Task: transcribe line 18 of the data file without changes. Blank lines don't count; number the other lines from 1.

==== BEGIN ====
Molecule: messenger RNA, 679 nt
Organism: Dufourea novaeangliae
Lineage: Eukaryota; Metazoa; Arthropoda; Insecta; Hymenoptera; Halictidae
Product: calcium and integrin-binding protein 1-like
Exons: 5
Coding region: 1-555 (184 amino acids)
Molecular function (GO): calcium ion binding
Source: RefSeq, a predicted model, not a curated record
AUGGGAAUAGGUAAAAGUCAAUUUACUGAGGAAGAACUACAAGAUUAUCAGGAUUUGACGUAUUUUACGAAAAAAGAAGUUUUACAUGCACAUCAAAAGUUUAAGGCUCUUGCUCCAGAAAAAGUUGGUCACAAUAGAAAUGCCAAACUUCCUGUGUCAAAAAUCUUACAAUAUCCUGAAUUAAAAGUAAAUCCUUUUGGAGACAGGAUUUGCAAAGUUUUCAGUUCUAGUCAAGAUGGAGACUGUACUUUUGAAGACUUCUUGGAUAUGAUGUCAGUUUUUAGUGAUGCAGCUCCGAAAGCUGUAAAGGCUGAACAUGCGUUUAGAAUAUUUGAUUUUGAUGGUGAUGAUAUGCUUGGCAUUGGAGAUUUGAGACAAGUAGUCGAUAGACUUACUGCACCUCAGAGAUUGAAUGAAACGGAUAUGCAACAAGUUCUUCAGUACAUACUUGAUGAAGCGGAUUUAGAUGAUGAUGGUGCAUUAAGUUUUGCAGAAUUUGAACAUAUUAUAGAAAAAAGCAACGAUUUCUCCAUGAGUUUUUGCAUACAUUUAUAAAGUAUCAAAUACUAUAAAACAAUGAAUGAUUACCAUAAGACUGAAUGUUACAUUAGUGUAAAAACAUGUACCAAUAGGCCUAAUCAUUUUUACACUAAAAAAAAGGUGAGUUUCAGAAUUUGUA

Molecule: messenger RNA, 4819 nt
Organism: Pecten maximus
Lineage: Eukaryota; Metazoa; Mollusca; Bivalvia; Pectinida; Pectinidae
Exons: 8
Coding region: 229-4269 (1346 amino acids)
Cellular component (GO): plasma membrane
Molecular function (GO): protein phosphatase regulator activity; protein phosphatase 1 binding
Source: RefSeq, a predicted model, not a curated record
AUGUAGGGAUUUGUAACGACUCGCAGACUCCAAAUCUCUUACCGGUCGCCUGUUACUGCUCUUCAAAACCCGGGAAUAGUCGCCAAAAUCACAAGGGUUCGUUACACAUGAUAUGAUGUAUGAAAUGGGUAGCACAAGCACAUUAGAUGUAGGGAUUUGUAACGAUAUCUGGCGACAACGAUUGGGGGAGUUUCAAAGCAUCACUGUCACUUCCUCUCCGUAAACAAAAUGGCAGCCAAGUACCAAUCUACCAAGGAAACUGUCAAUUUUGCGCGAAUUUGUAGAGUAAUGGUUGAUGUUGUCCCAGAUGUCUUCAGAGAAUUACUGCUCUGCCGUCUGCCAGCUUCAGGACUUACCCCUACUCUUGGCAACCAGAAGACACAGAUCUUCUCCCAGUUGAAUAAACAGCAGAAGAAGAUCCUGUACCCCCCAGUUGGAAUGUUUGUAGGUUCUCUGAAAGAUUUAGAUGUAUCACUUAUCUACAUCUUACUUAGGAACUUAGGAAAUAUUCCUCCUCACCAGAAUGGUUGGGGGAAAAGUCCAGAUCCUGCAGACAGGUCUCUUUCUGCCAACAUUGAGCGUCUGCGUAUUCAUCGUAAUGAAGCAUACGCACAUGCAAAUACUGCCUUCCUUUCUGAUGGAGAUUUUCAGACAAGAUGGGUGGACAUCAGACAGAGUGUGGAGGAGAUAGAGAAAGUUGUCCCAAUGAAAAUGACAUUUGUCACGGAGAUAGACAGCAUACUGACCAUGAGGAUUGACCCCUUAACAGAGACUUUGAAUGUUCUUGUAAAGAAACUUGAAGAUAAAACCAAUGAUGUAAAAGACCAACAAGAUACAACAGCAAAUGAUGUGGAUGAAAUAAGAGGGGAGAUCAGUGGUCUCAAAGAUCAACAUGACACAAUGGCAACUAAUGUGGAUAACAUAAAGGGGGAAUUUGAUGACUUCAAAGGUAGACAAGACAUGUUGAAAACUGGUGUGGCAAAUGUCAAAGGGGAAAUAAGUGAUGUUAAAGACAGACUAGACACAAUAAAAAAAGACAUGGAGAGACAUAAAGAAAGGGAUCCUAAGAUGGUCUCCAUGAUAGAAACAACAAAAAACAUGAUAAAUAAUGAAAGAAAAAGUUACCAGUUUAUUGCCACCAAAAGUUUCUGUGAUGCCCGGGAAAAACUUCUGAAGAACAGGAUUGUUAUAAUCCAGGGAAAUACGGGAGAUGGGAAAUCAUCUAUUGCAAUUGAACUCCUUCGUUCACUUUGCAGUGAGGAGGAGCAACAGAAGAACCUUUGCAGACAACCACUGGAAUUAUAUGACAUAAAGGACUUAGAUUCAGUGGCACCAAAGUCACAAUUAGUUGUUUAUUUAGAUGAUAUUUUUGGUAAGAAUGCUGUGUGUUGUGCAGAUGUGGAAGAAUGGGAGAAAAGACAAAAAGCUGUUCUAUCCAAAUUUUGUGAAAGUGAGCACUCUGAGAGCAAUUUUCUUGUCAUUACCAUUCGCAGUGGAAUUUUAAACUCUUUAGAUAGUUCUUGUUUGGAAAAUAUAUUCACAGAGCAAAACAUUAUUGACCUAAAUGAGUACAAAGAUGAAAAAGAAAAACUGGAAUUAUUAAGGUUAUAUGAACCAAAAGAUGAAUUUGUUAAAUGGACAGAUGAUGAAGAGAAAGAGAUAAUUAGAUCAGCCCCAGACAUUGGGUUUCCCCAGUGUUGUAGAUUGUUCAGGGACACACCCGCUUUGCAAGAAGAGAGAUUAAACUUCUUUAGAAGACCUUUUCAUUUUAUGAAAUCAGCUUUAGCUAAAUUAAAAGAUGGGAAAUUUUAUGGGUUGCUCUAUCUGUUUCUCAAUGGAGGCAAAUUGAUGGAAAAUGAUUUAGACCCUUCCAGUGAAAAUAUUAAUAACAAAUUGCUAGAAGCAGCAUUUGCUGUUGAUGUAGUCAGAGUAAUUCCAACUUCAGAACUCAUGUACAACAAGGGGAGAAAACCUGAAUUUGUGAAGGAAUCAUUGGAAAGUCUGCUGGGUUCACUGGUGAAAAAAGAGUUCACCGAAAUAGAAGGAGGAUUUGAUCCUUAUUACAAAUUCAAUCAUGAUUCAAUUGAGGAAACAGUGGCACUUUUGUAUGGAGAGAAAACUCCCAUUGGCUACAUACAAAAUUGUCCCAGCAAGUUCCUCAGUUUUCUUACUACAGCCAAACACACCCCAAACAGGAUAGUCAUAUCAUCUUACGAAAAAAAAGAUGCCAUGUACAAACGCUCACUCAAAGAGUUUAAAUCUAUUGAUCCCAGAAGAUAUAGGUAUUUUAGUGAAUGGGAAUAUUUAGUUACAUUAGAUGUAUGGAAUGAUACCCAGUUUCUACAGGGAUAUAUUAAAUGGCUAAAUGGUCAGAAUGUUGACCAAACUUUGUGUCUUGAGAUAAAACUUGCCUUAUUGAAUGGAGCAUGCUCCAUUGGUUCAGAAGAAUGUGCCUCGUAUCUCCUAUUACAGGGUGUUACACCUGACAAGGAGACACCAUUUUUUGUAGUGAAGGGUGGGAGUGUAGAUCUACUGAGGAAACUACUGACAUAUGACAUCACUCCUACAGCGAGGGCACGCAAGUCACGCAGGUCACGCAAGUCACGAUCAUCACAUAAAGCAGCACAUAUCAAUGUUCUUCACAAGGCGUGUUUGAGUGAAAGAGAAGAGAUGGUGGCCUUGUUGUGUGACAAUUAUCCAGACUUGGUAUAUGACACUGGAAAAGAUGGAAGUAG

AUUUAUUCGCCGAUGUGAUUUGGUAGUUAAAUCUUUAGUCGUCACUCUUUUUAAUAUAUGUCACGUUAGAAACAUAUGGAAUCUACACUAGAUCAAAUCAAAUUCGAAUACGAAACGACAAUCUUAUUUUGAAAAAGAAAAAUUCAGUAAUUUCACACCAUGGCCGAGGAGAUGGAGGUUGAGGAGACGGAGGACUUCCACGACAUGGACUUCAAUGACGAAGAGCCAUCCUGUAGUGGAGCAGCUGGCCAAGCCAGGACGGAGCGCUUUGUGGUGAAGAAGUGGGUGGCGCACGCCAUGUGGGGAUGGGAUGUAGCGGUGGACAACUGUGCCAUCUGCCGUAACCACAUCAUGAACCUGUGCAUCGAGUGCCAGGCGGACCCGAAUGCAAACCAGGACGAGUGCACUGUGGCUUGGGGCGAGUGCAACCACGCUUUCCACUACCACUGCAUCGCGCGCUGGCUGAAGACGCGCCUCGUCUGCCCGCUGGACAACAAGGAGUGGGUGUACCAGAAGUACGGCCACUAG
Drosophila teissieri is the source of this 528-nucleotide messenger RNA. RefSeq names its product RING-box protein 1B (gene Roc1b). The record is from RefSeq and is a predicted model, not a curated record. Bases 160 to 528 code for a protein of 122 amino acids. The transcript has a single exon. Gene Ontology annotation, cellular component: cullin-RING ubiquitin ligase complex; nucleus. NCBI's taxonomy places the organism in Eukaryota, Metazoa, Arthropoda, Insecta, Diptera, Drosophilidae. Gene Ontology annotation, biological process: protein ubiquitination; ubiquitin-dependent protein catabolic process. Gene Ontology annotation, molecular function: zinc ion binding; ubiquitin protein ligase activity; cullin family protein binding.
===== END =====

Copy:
AUGUAGGGAUUUGUAACGACUCGCAGACUCCAAAUCUCUUACCGGUCGCCUGUUACUGCUCUUCAAAACCCGGGAAUAGUCGCCAAAAUCACAAGGGUUCGUUACACAUGAUAUGAUGUAUGAAAUGGGUAGCACAAGCACAUUAGAUGUAGGGAUUUGUAACGAUAUCUGGCGACAACGAUUGGGGGAGUUUCAAAGCAUCACUGUCACUUCCUCUCCGUAAACAAAAUGGCAGCCAAGUACCAAUCUACCAAGGAAACUGUCAAUUUUGCGCGAAUUUGUAGAGUAAUGGUUGAUGUUGUCCCAGAUGUCUUCAGAGAAUUACUGCUCUGCCGUCUGCCAGCUUCAGGACUUACCCCUACUCUUGGCAACCAGAAGACACAGAUCUUCUCCCAGUUGAAUAAACAGCAGAAGAAGAUCCUGUACCCCCCAGUUGGAAUGUUUGUAGGUUCUCUGAAAGAUUUAGAUGUAUCACUUAUCUACAUCUUACUUAGGAACUUAGGAAAUAUUCCUCCUCACCAGAAUGGUUGGGGGAAAAGUCCAGAUCCUGCAGACAGGUCUCUUUCUGCCAACAUUGAGCGUCUGCGUAUUCAUCGUAAUGAAGCAUACGCACAUGCAAAUACUGCCUUCCUUUCUGAUGGAGAUUUUCAGACAAGAUGGGUGGACAUCAGACAGAGUGUGGAGGAGAUAGAGAAAGUUGUCCCAAUGAAAAUGACAUUUGUCACGGAGAUAGACAGCAUACUGACCAUGAGGAUUGACCCCUUAACAGAGACUUUGAAUGUUCUUGUAAAGAAACUUGAAGAUAAAACCAAUGAUGUAAAAGACCAACAAGAUACAACAGCAAAUGAUGUGGAUGAAAUAAGAGGGGAGAUCAGUGGUCUCAAAGAUCAACAUGACACAAUGGCAACUAAUGUGGAUAACAUAAAGGGGGAAUUUGAUGACUUCAAAGGUAGACAAGACAUGUUGAAAACUGGUGUGGCAAAUGUCAAAGGGGAAAUAAGUGAUGUUAAAGACAGACUAGACACAAUAAAAAAAGACAUGGAGAGACAUAAAGAAAGGGAUCCUAAGAUGGUCUCCAUGAUAGAAACAACAAAAAACAUGAUAAAUAAUGAAAGAAAAAGUUACCAGUUUAUUGCCACCAAAAGUUUCUGUGAUGCCCGGGAAAAACUUCUGAAGAACAGGAUUGUUAUAAUCCAGGGAAAUACGGGAGAUGGGAAAUCAUCUAUUGCAAUUGAACUCCUUCGUUCACUUUGCAGUGAGGAGGAGCAACAGAAGAACCUUUGCAGACAACCACUGGAAUUAUAUGACAUAAAGGACUUAGAUUCAGUGGCACCAAAGUCACAAUUAGUUGUUUAUUUAGAUGAUAUUUUUGGUAAGAAUGCUGUGUGUUGUGCAGAUGUGGAAGAAUGGGAGAAAAGACAAAAAGCUGUUCUAUCCAAAUUUUGUGAAAGUGAGCACUCUGAGAGCAAUUUUCUUGUCAUUACCAUUCGCAGUGGAAUUUUAAACUCUUUAGAUAGUUCUUGUUUGGAAAAUAUAUUCACAGAGCAAAACAUUAUUGACCUAAAUGAGUACAAAGAUGAAAAAGAAAAACUGGAAUUAUUAAGGUUAUAUGAACCAAAAGAUGAAUUUGUUAAAUGGACAGAUGAUGAAGAGAAAGAGAUAAUUAGAUCAGCCCCAGACAUUGGGUUUCCCCAGUGUUGUAGAUUGUUCAGGGACACACCCGCUUUGCAAGAAGAGAGAUUAAACUUCUUUAGAAGACCUUUUCAUUUUAUGAAAUCAGCUUUAGCUAAAUUAAAAGAUGGGAAAUUUUAUGGGUUGCUCUAUCUGUUUCUCAAUGGAGGCAAAUUGAUGGAAAAUGAUUUAGACCCUUCCAGUGAAAAUAUUAAUAACAAAUUGCUAGAAGCAGCAUUUGCUGUUGAUGUAGUCAGAGUAAUUCCAACUUCAGAACUCAUGUACAACAAGGGGAGAAAACCUGAAUUUGUGAAGGAAUCAUUGGAAAGUCUGCUGGGUUCACUGGUGAAAAAAGAGUUCACCGAAAUAGAAGGAGGAUUUGAUCCUUAUUACAAAUUCAAUCAUGAUUCAAUUGAGGAAACAGUGGCACUUUUGUAUGGAGAGAAAACUCCCAUUGGCUACAUACAAAAUUGUCCCAGCAAGUUCCUCAGUUUUCUUACUACAGCCAAACACACCCCAAACAGGAUAGUCAUAUCAUCUUACGAAAAAAAAGAUGCCAUGUACAAACGCUCACUCAAAGAGUUUAAAUCUAUUGAUCCCAGAAGAUAUAGGUAUUUUAGUGAAUGGGAAUAUUUAGUUACAUUAGAUGUAUGGAAUGAUACCCAGUUUCUACAGGGAUAUAUUAAAUGGCUAAAUGGUCAGAAUGUUGACCAAACUUUGUGUCUUGAGAUAAAACUUGCCUUAUUGAAUGGAGCAUGCUCCAUUGGUUCAGAAGAAUGUGCCUCGUAUCUCCUAUUACAGGGUGUUACACCUGACAAGGAGACACCAUUUUUUGUAGUGAAGGGUGGGAGUGUAGAUCUACUGAGGAAACUACUGACAUAUGACAUCACUCCUACAGCGAGGGCACGCAAGUCACGCAGGUCACGCAAGUCACGAUCAUCACAUAAAGCAGCACAUAUCAAUGUUCUUCACAAGGCGUGUUUGAGUGAAAGAGAAGAGAUGGUGGCCUUGUUGUGUGACAAUUAUCCAGACUUGGUAUAUGACACUGGAAAAGAUGGAAGUAG